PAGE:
There are, however, other help desk jobs that require you to answer the phone and help people with different problems that are not computer oriented. In this case your job is to connect the caller with either your boss or someone else in the company to answer their question. In smaller companies, you may be the one who can answer the majority of the calls, or in some cases, your job is to protect your boss from having to answer nuisance calls.
Regardless of which type of job you have, there are some phone etiquette guides that you should follow.
Try to answer a ringing phone by at least the third ring or a caller may feel as if no one is going to answer his call and may hang up. If you are having a conversation with someone when the phone rings, do yourself a favor and discontinue it prior to answering the phone because sometimes the “end” of a conversation may be misconstrued.
One of the worst things you can do when answering a phone is to be chewing on something, whether it is the last bite of your sandwich or even gum! You want your voice to sound clear and friendly at all times. Remember that speaking to you may be the first and only personal contact that the caller has with your company, thus you will want to make a good first impression that will remain with the caller long thereafter.
Don’t just be button pushers. If you cannot help someone who calls in then ask questions to see who or where the best transfer is located. Do this so that the caller is not bounced from one department to another without finding the answer to his problem. If you are transferring the caller, explain that you are doing so and to which person or department you are transferring the call to; otherwise the caller may think that you’ve hung up on him.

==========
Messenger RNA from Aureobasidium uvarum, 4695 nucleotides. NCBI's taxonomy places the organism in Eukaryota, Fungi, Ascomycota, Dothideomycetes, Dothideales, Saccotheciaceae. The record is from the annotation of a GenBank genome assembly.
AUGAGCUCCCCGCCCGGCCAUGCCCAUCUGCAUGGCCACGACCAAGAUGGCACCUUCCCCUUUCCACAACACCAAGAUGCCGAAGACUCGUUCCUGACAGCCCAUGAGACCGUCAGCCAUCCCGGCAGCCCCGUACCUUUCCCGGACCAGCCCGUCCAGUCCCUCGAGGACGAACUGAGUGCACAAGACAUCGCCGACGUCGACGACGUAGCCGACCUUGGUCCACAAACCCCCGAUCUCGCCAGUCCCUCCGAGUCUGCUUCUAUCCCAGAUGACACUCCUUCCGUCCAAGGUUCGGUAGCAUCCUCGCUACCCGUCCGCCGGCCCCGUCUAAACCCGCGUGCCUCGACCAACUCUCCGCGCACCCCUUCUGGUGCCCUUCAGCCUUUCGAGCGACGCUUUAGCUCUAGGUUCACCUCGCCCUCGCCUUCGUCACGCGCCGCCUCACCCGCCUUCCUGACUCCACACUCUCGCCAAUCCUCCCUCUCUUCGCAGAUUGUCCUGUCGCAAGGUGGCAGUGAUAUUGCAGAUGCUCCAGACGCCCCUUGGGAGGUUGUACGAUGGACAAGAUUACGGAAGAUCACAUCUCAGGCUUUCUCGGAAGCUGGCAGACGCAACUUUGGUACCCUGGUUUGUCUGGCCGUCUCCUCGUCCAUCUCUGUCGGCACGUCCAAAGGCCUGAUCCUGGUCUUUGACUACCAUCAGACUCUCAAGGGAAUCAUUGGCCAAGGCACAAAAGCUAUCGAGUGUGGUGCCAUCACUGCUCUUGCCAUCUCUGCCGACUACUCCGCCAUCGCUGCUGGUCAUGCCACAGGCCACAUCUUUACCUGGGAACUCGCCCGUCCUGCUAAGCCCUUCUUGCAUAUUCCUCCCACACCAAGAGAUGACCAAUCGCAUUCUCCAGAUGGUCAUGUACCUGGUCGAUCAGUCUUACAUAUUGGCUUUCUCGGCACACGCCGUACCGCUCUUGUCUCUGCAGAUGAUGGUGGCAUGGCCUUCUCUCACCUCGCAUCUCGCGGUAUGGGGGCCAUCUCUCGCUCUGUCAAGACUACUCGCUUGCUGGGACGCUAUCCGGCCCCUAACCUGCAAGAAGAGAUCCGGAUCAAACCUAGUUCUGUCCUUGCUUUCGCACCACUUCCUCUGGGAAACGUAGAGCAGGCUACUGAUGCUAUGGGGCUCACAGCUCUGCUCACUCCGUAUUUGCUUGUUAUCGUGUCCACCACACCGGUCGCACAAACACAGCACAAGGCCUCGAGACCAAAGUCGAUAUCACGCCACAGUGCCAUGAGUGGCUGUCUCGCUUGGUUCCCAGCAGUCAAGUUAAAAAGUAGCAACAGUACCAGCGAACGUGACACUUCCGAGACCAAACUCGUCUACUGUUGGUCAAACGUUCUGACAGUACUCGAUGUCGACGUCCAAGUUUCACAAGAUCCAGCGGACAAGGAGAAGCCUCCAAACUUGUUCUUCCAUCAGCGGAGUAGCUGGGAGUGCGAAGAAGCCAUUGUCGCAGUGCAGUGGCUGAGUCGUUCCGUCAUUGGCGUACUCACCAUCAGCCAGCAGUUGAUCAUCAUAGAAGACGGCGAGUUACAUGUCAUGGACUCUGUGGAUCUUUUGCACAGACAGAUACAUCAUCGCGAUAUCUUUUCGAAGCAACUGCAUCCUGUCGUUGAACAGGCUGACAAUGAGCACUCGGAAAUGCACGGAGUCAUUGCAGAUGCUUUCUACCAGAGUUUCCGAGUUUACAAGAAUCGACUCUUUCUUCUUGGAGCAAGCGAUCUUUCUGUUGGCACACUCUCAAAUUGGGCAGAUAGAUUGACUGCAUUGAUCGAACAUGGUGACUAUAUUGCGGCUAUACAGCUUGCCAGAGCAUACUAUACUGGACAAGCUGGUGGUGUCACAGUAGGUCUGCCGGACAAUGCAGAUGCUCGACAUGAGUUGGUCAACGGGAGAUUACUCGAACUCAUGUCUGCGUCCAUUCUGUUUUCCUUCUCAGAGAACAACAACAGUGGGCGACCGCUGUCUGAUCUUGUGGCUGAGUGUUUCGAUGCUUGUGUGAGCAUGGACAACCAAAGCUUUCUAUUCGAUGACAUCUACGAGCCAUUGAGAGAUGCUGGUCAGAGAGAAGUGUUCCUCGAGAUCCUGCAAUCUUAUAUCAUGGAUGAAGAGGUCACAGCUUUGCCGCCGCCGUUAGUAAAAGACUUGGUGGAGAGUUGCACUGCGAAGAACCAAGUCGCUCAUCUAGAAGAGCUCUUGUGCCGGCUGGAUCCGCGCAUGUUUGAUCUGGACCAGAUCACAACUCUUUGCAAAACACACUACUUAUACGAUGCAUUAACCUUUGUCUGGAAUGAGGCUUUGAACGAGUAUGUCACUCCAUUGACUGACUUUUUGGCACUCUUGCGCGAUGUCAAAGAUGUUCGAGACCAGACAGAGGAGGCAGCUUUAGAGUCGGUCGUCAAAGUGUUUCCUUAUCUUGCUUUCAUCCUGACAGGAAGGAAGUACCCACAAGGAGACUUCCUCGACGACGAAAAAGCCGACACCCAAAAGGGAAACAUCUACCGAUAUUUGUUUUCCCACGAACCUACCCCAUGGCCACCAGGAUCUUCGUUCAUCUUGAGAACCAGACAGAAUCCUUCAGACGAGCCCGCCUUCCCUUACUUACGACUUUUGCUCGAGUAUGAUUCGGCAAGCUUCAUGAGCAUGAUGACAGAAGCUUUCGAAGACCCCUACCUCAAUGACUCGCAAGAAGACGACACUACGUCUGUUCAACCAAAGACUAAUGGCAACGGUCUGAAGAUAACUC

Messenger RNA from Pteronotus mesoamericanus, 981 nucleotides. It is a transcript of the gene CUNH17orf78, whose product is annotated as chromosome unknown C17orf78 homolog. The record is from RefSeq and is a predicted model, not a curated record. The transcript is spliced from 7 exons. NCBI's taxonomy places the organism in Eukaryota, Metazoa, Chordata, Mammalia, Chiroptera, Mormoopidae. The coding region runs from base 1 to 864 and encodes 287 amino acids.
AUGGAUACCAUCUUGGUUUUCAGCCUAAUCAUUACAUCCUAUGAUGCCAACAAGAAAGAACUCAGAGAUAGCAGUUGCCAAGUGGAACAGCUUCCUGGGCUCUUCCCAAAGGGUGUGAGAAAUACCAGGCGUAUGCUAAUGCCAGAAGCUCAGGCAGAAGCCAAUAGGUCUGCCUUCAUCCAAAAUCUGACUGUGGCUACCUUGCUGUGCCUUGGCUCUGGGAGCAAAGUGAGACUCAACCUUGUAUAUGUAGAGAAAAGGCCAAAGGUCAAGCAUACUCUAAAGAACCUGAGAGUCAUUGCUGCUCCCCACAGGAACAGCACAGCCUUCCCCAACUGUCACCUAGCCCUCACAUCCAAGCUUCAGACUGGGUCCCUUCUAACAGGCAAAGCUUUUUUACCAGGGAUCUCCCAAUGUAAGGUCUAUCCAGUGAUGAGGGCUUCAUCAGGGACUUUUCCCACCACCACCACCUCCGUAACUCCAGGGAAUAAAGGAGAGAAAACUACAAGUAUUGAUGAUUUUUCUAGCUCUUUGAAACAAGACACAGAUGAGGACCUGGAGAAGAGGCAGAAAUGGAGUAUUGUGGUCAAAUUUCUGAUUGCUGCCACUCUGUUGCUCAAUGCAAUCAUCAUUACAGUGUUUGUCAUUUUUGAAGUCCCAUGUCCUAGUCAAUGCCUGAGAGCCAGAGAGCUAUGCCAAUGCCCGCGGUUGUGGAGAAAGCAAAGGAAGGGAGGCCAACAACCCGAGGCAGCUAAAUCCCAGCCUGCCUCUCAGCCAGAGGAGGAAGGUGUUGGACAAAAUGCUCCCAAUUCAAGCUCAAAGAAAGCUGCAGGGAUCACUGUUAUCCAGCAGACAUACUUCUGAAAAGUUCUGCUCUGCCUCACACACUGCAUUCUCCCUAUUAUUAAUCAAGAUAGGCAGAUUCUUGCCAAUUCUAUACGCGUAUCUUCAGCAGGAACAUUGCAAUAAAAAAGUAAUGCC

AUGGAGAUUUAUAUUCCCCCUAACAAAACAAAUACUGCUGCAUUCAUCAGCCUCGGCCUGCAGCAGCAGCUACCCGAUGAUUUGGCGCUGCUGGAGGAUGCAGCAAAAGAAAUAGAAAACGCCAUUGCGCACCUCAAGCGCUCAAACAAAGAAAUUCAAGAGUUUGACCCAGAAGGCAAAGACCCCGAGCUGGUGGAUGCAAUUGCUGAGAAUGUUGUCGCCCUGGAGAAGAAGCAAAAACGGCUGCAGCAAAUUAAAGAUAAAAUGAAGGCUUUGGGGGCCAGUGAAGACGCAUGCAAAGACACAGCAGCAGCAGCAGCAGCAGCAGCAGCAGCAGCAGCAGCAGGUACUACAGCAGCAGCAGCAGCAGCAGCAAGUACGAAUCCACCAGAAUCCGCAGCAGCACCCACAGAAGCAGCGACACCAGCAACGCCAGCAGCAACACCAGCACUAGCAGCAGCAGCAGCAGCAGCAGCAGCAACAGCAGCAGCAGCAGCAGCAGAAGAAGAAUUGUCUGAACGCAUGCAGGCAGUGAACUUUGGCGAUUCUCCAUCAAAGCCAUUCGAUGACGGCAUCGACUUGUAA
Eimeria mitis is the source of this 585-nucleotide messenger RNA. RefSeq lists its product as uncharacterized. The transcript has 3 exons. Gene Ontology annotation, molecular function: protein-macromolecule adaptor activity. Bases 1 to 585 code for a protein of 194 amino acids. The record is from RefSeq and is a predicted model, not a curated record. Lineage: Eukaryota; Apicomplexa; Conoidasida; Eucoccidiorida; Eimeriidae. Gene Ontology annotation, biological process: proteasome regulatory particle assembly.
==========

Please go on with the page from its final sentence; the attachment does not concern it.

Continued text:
Taking messages will be a great part of your job if you have taken a help desk job, or even an IT help desk job, so you should have paper and a something to write with handy at all times. Ask the caller’s name and ask for the proper spelling, as well as the party’s phone number including the area code. When you’ve taken the message, repeat it to the caller so that there are no misunderstandings.
Learn to speak at a moderate pace. If you rush through anything while on the phone, the caller may become irritated with you or worse yet may misunderstand what you are saying, which will undoubtedly create additional problems. This is doubly important if your speaking voice has an accent. Slow down so that you are heard properly.
The use of proper phone etiquette leaves callers with a positive impression of you and your company in general. Also, you’ll find that callers treat you with respect and will be willing to go out of their way to give you a hand when you need it if you use the proper etiquette.